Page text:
Sure, it's easy for me to sit here and type these words; I'm not in Auger's shoes, or those of McGwire or Henry for that matter. There is plenty of motivation in each of these cases for the person in question to act in a manner that benefits himself, his family and his organization. It's easy to argue in any of these situations that more harm that good could come from simply telling the truth. Plenty of other players made millions of dollars using steroids, but will never be questioned like McGwire because they didn't hit enough homeruns. Diego Maradona's "hand of God" won Argentina a World Cup, so maybe Henry's palm will become a celebrated story for generations if France wins this summer's global event.

There's plenty of justification for doing the wrong thing. Often it's financial, sometimes it's to save face. As the old saying goes, "everybody has their price". So what's it worth to look in the mirror every morning a see someone with a dirty conscience?

If Auger did what Burrows alleges, I'll never respect the act. But if he admits to having done it, I'll have a lot more respect for the man.

Monday, May 18, 2009

Let the Sun Shine...

Solid weekend in Vancity… sun, fun and bbq in the air. Nothing quite like kickin’ back on the deck for some meat off the grill and a cold one in the summerlike rays. That said, the world of sports continues spin, even if the Canucks are at a standstill until the Fall…

The puck dropped on Round 3 yesterday in Detroit and the Wings smacked the Hawks 5-2. GET USED TO IT. Chicago is fast, fun, and very talented, but they’re not ready for the Cup yet. I would love to see the Hawks get there – it would be fantastic to watch and Chicago is arguably the best sports city in North America. But the Wings can skate with the Hawks, they’re more responsible defensively and they’re best players get it done at both ends of the ice. Chicago reminds me a lot of Philadelphia last year, which means I could also see them taking a step back next season unless they have a great summer in free agency.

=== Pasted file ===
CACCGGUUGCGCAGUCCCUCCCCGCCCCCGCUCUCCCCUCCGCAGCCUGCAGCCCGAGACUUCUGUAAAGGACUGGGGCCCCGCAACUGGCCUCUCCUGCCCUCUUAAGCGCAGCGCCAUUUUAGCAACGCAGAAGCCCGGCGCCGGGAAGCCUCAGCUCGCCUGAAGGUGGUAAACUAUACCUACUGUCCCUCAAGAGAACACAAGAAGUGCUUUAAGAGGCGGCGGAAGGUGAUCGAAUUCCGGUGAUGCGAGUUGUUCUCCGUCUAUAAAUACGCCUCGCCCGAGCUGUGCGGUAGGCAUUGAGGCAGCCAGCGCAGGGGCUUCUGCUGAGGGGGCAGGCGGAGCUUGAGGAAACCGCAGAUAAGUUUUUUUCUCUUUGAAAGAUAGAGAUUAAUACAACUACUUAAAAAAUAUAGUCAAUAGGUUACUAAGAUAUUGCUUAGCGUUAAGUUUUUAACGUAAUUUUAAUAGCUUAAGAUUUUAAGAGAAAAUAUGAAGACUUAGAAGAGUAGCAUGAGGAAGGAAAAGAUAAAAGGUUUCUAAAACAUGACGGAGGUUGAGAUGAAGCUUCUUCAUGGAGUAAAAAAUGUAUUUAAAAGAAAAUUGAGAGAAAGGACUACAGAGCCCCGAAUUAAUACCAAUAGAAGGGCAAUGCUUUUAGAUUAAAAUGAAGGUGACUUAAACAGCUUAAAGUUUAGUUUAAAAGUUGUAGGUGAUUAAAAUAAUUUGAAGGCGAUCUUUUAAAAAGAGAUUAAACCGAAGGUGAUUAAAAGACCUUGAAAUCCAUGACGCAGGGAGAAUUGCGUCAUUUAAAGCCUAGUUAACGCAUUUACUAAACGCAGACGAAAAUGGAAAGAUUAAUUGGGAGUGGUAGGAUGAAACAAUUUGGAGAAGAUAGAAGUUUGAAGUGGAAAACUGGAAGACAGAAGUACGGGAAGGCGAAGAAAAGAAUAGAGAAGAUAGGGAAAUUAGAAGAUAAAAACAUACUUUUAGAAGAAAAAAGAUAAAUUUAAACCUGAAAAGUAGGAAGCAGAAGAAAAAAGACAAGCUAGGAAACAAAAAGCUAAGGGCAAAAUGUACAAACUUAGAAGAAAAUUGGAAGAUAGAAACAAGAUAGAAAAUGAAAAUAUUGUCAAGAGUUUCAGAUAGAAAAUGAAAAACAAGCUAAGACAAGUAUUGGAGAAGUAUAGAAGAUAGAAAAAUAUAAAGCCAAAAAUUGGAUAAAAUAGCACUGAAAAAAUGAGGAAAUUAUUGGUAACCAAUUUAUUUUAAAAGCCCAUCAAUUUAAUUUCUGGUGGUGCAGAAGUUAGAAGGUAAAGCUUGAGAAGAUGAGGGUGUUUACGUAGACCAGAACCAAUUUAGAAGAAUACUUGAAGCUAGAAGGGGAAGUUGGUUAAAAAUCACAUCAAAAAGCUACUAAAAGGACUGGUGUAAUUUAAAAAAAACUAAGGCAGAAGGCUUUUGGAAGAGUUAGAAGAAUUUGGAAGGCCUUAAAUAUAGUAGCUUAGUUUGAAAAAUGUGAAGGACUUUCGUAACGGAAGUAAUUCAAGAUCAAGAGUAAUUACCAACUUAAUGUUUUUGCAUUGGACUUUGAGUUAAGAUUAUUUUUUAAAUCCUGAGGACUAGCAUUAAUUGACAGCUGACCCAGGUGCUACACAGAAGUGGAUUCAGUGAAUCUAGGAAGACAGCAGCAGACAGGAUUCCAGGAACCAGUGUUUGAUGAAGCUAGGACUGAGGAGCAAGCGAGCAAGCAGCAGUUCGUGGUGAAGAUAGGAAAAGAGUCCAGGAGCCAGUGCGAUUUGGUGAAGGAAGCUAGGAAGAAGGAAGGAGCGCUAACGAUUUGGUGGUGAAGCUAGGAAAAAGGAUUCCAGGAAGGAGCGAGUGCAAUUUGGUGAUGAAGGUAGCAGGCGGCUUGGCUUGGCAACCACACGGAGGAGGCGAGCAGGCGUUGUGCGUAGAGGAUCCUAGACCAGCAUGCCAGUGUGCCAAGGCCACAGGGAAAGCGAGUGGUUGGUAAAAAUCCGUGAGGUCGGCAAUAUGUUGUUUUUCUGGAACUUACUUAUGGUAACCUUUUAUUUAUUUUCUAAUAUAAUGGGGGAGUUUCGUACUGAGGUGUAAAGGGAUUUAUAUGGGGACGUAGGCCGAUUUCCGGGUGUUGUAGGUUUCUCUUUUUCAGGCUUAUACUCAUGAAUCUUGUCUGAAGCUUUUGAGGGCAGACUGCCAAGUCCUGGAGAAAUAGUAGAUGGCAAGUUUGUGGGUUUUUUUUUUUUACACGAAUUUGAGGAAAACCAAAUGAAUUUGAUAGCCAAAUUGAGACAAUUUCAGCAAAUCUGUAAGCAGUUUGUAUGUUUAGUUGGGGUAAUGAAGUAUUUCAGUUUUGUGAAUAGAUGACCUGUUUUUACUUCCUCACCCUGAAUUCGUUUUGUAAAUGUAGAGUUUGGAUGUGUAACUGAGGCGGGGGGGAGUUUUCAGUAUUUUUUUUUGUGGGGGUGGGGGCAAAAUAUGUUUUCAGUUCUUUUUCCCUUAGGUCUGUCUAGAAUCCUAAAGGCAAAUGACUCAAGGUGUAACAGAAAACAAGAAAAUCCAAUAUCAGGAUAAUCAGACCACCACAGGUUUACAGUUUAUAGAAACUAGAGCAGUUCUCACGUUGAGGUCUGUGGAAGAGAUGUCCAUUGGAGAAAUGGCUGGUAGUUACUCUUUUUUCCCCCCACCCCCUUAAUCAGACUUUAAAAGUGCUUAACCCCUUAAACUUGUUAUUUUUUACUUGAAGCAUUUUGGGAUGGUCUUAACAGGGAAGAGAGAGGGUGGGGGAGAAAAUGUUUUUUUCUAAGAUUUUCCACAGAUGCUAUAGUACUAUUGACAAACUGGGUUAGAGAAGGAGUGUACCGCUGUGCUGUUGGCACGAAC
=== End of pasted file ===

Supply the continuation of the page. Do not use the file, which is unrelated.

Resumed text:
Is anyone buying Bettman’s assertion that he’d rather see the Coyotes back in Winnipeg rather than move to Hamilton if they relocate from Phoenix? Really, Gary? Do you have any stocks in BreX or Enron to sell me while you’re at it? Look, we all know Balsillie is that kid that screws around in class, skips school to go to the beach and still aces every test you hand out. We get that you don’t want to give him the scholarship even though he has the top GPA. But Winnipeg instead of southern Ontario? If it was feasible, I’d say make it happen. Unfortunately, the Peg’s arena is too small which means the ticket prices would have to be high and the chances of getting enough corporate support in that market are questionable at best. Throw in a Canadian dollar that’s well below par and there are too many obstacles for a city that once had a proud NHL tradition. I’m not against getting NHL hockey back in the Peg, but it’s not a better option than southern Ontario at this point.

I know there are a lot of Toronto haters on the left coast, but I am lovin’ the early season run the Blue Jays are on. Grew up on a steady diet of Jays on the tube and it’s been WAY too long since they were legit. I’m guarded with my optimism at this point because they haven’t played the Bo Sox yet, but if we hit June and they’re still cruisin’… I might actually believe that October is a possibility.

Monday, April 27, 2009

Flip Flop, Slap Shot

Like I needed another job, but these days you can often find me chillin' at my wife's new shop down on West 4th and Burrard - Flip Flop Shops. We had the grand opening this past weekend and though it was a long day, it was a cool break from the world of sports that I normally exist in. Don't get me wrong - I'm not quitting my day jobs anytime soon, but it's fairly relaxing to immerse yourself in the world of surf, and and flip flops for awhile.

That all said, what a wild first round of NHL playoffs! From sweeps to suspensions to surprises, there's been no shortage of talkable topics. Here's a few things that have stood out to me so far...

1) Roberto Luongo has been the best player in the NHL playoffs to this point. You can say it's a homer pick if you want, but check the facts. He has the best goals against average and save percentage in the postseason to this point, but most importantly, he has been the difference between wins and losses for the Canucks. His play against the Blues in game four was the type of performance that separates the good players from the great ones. By the end of the series, the Blues might as well been firing pucks at a 4x6 piece of plywood.